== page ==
I don’t why being culturally sensitive or respectful as I prefer in this country because we are all very diverse and unique. She needs a lesson in tolerance because she seems more preoccupied with other human beings that other human beings that have brains and feelings too. It is very overwhelming of a burden to hear a voice of protest and opposition to this particular individual because I think we are all equal and capable to conduct oneself in a decent manner and ever so precious to each person’s heritage. It inclines me to believe she has a superiority complex and should plan on a different frame of mind, so that everyone can thrive and not feel humiliated, deprived, oppressed, or exploited. This is a free country and each person has their own opinion and this is inadequate as to the the credibility of discriminatory behavior or unconditional because no-one has the right to limit or demean by intimadation tactics as it is in itself an understood stance against and an insult to knowledge such as brain power and the capabilities to capacitate a rare and valuable source because she seems to lack the tenacity to endure or tolerate to your own way whether you like it or not. There are none that above the law in this country and certainly not above morality. She needs justice served to her because that is what she seeks amongst the audience of your assembly, politely and with professional ethics in mind.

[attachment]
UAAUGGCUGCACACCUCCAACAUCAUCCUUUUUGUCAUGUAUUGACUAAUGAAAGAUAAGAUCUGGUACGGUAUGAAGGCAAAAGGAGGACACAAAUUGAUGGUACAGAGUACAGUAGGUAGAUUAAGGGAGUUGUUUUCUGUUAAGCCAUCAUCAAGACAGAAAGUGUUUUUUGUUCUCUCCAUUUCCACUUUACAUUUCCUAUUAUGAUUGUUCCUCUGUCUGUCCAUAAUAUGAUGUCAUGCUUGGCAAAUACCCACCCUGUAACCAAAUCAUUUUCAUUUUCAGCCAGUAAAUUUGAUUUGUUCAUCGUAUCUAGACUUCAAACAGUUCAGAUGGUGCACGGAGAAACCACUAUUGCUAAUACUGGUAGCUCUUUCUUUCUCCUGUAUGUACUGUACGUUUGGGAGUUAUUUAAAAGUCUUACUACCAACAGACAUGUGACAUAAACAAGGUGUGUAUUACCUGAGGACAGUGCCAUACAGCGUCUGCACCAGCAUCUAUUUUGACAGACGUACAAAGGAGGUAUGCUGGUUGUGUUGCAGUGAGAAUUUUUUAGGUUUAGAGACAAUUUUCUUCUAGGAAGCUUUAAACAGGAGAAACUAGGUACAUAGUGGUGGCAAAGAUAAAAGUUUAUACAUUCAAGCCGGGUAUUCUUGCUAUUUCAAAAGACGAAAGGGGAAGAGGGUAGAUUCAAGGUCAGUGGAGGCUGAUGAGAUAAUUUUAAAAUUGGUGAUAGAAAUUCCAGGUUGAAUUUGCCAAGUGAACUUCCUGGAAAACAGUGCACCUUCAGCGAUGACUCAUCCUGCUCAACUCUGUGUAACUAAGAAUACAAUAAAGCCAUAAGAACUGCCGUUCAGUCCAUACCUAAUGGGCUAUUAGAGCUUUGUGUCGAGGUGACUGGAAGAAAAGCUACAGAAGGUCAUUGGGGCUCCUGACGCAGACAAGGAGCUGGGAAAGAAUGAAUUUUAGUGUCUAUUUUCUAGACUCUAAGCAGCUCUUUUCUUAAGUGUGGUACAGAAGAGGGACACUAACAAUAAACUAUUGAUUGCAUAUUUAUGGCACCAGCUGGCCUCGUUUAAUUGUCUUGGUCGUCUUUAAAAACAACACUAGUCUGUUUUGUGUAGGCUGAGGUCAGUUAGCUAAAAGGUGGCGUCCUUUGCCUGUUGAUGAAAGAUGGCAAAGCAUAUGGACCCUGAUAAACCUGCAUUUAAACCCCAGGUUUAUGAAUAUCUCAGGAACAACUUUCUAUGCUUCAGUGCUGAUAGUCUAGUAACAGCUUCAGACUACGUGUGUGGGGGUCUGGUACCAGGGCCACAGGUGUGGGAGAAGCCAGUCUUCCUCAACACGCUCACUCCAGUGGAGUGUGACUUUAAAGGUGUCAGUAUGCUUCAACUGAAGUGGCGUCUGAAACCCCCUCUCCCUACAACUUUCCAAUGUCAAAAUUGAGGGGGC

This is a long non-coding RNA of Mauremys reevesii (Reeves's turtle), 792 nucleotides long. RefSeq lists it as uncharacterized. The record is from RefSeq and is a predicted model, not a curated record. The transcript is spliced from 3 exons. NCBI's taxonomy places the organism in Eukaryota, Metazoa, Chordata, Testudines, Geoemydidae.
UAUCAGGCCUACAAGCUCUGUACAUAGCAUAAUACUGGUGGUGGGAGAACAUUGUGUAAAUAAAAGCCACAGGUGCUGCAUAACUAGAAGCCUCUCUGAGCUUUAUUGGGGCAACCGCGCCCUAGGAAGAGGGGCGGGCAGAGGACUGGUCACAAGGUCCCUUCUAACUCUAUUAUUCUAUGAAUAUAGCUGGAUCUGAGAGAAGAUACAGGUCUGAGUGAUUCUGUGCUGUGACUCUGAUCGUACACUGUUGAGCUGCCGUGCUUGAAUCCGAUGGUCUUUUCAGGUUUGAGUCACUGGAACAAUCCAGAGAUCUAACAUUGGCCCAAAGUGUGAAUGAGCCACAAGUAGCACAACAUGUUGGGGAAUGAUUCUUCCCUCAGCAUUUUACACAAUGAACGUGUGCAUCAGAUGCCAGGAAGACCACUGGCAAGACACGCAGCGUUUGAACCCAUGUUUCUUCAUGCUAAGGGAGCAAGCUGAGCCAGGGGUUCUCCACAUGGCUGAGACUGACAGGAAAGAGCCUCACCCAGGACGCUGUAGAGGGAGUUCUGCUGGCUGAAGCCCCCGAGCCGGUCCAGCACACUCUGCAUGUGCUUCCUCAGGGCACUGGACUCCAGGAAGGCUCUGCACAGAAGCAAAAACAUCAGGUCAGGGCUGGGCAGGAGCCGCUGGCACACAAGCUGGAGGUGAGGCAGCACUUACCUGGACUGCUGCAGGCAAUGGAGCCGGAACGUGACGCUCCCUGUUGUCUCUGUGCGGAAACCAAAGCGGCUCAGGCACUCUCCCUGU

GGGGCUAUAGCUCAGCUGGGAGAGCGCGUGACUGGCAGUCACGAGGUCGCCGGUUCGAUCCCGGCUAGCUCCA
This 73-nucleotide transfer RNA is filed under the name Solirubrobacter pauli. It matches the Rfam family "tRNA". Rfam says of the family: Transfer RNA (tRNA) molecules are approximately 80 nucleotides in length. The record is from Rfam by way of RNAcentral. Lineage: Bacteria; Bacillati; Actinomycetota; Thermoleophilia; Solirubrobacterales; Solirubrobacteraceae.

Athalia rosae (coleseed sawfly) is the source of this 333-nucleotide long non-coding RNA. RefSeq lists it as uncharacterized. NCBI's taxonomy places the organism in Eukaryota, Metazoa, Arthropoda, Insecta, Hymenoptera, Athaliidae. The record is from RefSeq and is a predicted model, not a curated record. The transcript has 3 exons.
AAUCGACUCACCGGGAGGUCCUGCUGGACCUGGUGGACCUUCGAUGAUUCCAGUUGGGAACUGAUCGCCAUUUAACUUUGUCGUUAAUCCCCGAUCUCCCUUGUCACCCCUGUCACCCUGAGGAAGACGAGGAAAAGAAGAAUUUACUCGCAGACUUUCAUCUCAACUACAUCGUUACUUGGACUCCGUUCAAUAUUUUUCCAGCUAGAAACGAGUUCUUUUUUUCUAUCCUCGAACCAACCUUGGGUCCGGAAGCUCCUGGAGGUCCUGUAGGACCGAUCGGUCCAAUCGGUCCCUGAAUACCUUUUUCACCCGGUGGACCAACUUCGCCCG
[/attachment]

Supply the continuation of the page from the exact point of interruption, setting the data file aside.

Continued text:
• JMSC

    Just goest to show that Yale accepts idiots. Ivy’s are overrated.

    • Diane Gordon

      So are online “journalists” – I’m trying to figure out the point in comparing these two young women – it reads like a bad freshman composition, oh, my God.

  • Thank you Ruthie!
    Your article about Hadar Cohen was great. Hadar is a real Jewish heroine, and Jecency Paz is a typical self-adoring egomaniac. I am sure, most Americans admire Hadar Cohen, and despise Jecency Paz
    Roman Brackman
    New Your City

    • Caryl BERNER

      I don’t understand the purpose of this article. If you want to honor her as well I believe she should be, then write a tribute to her. Why the need to compare her life to anyone elses life except that Israeli Jews are jealous of American Jews. How sad! I choose not to waste my time and reread this article to find out what I missed, BUT I know I was upset when Prince Harry wore a Nazi outfit. I would think this is what the American college student was alluding to and trying to avoid. There is enough people who want to destroy us. Must we do this to each other? I am truly upset and discouraged by this article. Shame on you.

  • James Cheetham

    Young Jencey, and her ilk, do not cope with the real world very well.

    It bodies ill for the future in the US and Europe.

  • Rachel Cohen